Biotechnology-related Food and Agricultural Products in Japan

Importing and distributing food and food packaging is highly regulated in Japan. Especially in retail, packaging is an indispensable part of the product, not only for protection, but also to provide advertising and information for the consumer. Hence, this report examines conditions for exporting food packaging to Japan, whether as part of a food shipment or for selling to food manufacturers in Japan. It suggests that packaging, as the final part of the production process for food, plays an important role in food safety and for traceability management systems, a separate chapter also covers food safety and traceability measures in Japan. To read the report, please click on the link below:

Packaging for the food market in Japan

This report titled 'Food and Beverages: Regional Food Products' provides an overview of the regional food products market in Japan. It provides market insights and information about current food trends in Japan as well as expectations of Japanese consumers regarding imported regional food products. It also examines various regulations for importing and selling regional food products in Japan, and highlights relevant pieces of Japanese government legislation. To read the report, please click on the link below: 

Regional Food Products in Japan

The EU has a high per capita demand and is the world’s largest fish consumer, hence this paper suggests that Europe could be a prospective market for a wide range of Japanese food products. For European companies to seize this business opportunity, this report examines key questions, such as why and what kind of Japanese food products could be imported to the EU? To read the report, please click on the link below:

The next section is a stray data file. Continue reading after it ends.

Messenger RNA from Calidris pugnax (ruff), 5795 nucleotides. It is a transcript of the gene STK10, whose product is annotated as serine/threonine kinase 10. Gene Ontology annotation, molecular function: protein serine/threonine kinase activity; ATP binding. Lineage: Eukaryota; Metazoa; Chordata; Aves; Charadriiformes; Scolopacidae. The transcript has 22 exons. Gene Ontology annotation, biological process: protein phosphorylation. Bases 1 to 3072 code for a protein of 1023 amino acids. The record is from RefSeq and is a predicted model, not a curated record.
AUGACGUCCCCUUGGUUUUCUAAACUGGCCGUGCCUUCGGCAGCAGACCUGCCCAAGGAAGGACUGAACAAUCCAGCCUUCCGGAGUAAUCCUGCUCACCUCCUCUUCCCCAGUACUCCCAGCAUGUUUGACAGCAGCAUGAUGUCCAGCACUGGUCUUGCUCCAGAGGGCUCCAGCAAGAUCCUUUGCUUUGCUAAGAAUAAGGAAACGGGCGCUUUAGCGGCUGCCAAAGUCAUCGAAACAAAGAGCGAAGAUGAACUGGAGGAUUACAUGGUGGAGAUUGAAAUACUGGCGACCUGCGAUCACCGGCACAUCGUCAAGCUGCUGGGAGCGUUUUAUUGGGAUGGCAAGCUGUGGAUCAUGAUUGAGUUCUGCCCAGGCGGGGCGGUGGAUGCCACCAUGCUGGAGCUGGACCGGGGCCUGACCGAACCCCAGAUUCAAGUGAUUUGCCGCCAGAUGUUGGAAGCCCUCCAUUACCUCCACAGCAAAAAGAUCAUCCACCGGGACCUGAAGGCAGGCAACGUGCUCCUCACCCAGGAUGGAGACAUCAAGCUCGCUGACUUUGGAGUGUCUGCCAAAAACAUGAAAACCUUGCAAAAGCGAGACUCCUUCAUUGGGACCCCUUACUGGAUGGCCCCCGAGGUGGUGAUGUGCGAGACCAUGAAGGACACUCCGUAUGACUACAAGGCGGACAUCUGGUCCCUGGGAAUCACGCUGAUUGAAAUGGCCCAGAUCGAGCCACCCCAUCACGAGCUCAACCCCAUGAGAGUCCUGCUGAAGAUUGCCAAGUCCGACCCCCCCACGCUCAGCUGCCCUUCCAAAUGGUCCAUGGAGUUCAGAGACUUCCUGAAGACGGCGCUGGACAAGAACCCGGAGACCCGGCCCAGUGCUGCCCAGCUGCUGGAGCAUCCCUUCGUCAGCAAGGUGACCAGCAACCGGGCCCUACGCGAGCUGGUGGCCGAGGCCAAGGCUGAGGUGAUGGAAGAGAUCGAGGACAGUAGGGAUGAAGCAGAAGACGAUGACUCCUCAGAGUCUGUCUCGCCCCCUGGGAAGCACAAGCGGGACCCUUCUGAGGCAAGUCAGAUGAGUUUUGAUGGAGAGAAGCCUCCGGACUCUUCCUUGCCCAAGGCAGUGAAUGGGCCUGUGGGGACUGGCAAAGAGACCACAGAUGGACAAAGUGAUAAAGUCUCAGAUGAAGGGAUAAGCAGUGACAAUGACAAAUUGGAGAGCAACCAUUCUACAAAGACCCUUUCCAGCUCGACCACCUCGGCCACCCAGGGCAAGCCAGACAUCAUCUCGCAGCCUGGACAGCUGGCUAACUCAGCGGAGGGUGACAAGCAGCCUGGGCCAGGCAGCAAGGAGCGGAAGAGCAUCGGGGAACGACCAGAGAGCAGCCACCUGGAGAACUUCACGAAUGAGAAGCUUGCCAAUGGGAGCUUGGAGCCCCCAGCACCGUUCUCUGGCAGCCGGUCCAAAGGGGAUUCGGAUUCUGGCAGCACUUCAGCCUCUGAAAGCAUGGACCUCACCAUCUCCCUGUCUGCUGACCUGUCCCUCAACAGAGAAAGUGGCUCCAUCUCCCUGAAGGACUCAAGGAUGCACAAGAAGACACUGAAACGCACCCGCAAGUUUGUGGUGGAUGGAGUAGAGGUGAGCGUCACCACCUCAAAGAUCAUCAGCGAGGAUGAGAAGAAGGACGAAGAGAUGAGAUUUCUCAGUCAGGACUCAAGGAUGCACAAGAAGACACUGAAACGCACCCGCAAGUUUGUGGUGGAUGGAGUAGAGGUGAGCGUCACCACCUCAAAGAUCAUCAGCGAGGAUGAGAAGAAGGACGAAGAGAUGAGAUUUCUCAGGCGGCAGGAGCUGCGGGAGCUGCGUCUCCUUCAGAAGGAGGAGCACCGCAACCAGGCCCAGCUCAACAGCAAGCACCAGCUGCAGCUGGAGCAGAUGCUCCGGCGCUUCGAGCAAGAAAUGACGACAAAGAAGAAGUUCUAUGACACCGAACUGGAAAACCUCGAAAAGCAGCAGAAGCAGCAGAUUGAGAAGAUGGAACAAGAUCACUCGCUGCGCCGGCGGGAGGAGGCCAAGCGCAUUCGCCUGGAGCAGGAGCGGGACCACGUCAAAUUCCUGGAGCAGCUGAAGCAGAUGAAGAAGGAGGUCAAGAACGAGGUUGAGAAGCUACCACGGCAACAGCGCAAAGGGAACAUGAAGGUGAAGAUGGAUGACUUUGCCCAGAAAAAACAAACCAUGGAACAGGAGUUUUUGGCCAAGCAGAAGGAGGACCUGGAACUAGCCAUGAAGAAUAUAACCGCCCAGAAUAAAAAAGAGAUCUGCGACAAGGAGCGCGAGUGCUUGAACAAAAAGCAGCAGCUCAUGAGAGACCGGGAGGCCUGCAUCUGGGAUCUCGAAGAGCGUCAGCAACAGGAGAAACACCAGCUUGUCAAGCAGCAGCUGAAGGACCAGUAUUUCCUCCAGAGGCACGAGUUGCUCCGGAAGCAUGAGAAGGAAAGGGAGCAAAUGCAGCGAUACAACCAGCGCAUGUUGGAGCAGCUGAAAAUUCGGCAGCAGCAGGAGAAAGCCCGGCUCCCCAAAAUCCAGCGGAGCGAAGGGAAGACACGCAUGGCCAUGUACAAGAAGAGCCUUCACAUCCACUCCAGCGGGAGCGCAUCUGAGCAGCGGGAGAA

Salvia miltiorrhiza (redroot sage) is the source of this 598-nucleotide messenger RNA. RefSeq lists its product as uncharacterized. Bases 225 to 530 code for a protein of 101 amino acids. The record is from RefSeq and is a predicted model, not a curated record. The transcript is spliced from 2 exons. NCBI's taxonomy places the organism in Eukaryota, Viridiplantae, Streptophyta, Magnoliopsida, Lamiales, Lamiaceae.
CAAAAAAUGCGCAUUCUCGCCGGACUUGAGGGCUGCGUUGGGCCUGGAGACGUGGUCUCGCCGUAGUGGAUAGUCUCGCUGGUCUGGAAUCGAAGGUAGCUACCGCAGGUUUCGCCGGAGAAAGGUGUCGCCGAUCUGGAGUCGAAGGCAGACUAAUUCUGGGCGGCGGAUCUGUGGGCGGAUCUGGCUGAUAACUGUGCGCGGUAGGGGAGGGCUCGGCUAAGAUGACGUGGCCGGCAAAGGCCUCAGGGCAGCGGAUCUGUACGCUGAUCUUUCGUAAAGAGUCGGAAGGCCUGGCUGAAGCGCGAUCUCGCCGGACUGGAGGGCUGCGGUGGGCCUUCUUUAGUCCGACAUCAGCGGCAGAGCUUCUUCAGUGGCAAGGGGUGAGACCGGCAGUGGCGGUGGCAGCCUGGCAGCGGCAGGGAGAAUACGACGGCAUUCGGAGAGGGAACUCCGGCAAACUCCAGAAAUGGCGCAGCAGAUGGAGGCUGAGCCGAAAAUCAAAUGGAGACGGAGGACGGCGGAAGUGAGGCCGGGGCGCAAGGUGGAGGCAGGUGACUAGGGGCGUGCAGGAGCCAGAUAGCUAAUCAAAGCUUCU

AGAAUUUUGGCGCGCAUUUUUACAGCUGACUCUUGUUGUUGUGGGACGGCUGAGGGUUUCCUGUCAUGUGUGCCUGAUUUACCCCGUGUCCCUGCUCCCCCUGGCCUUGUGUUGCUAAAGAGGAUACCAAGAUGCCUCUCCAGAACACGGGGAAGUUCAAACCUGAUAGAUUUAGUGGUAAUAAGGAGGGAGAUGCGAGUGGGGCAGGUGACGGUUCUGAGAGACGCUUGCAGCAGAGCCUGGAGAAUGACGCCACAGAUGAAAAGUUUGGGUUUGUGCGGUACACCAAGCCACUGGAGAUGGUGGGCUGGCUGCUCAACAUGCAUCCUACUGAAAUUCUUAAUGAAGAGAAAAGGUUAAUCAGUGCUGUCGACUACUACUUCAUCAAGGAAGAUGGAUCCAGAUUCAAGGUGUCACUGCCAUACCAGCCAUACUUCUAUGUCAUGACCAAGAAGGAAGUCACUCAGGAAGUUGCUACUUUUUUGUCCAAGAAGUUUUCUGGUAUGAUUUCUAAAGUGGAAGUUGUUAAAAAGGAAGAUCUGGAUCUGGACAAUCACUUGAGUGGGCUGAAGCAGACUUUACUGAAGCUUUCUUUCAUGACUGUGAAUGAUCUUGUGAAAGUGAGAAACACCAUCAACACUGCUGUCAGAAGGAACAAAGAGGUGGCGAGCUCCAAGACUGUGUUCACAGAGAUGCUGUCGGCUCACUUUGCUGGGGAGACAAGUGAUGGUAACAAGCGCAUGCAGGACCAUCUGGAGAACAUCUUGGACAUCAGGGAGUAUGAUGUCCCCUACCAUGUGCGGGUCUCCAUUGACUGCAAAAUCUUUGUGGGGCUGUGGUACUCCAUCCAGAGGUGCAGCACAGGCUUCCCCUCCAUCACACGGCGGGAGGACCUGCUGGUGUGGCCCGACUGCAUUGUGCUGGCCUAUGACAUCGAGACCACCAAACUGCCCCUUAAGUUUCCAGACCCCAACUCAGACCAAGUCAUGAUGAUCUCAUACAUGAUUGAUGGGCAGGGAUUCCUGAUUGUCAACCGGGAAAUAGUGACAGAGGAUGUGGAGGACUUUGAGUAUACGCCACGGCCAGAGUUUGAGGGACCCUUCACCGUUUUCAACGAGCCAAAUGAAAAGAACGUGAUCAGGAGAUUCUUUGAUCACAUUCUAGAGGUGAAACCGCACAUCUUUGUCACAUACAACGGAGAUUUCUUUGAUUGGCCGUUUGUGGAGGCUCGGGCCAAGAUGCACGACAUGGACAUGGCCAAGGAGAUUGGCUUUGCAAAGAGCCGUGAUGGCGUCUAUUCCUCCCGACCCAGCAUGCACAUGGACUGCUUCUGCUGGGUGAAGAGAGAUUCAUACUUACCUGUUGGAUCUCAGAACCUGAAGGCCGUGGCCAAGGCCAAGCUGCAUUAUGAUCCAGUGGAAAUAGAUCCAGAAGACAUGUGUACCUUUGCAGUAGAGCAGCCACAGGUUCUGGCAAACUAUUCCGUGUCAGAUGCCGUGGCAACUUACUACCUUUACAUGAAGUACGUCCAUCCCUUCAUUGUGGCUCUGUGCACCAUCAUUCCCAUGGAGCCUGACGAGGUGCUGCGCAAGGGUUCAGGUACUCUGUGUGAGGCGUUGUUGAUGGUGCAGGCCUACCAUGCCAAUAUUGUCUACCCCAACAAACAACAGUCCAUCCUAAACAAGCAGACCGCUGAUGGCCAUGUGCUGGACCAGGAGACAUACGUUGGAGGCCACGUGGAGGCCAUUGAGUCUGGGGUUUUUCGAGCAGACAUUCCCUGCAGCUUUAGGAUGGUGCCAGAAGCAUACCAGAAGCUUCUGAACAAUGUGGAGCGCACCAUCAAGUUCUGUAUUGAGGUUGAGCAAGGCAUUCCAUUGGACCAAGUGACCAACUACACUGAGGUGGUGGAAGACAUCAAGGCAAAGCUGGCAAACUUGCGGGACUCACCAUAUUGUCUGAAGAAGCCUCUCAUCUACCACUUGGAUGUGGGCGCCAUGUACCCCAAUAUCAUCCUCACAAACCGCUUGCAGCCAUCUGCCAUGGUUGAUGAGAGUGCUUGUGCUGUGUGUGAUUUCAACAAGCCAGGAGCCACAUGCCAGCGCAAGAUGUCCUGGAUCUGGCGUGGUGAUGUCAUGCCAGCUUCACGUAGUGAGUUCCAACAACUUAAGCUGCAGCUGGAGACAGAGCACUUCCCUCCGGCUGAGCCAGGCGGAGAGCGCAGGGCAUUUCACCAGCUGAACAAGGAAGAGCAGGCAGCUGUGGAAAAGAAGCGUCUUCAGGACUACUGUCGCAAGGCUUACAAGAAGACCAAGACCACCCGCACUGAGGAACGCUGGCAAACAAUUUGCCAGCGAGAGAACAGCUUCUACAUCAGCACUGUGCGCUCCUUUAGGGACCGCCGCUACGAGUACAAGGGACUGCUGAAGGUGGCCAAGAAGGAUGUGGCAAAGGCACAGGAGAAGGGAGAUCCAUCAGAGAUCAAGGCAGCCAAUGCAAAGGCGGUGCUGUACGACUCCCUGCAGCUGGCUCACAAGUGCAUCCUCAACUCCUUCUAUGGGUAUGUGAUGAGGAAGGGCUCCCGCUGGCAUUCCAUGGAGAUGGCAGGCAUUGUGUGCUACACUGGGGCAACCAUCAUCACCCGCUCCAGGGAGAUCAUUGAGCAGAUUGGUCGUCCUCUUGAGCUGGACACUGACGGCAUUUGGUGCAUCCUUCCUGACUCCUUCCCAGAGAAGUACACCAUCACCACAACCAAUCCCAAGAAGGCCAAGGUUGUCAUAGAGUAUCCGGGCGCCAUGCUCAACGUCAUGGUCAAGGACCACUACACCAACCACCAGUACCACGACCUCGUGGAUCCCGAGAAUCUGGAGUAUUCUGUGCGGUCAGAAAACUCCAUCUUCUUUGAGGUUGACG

Importing Japanese Food into the EU

This report discusses many of the main management and strategic issues for EU FMCG companies seeking to improve distribution in Japan. It suggests that not only is Japan a very difficult market, but achieving FMCG product success ranks among the most challenging endeavours. No matter what an EU FMCG company’s product offerings - whether disposable cosmetics or children’s candy - Japan already has hundreds, sometimes thousands, of competitive products already in the market and already known to lots of consumers. To read the report, please click on the link below:

Distribution Channels for Fast-Moving Consumer Goods

This report aims to contribute to the support of EU exporters of food products to Japan. In this sense, it provides an analysis of the economic and demographic situation of Japan as well as of its level of trade integration in order to highlight how these factors affect the local demand and supply as well as the market access for EU agribusinesses. The reports also identifies trends in this changing market which, in the favourable context of the forthcoming EU-Japan EPA, are likely to bring opportunities to European exporters of agri-food products. To read the report, please click on the link below:

The Japanese Agrifood Market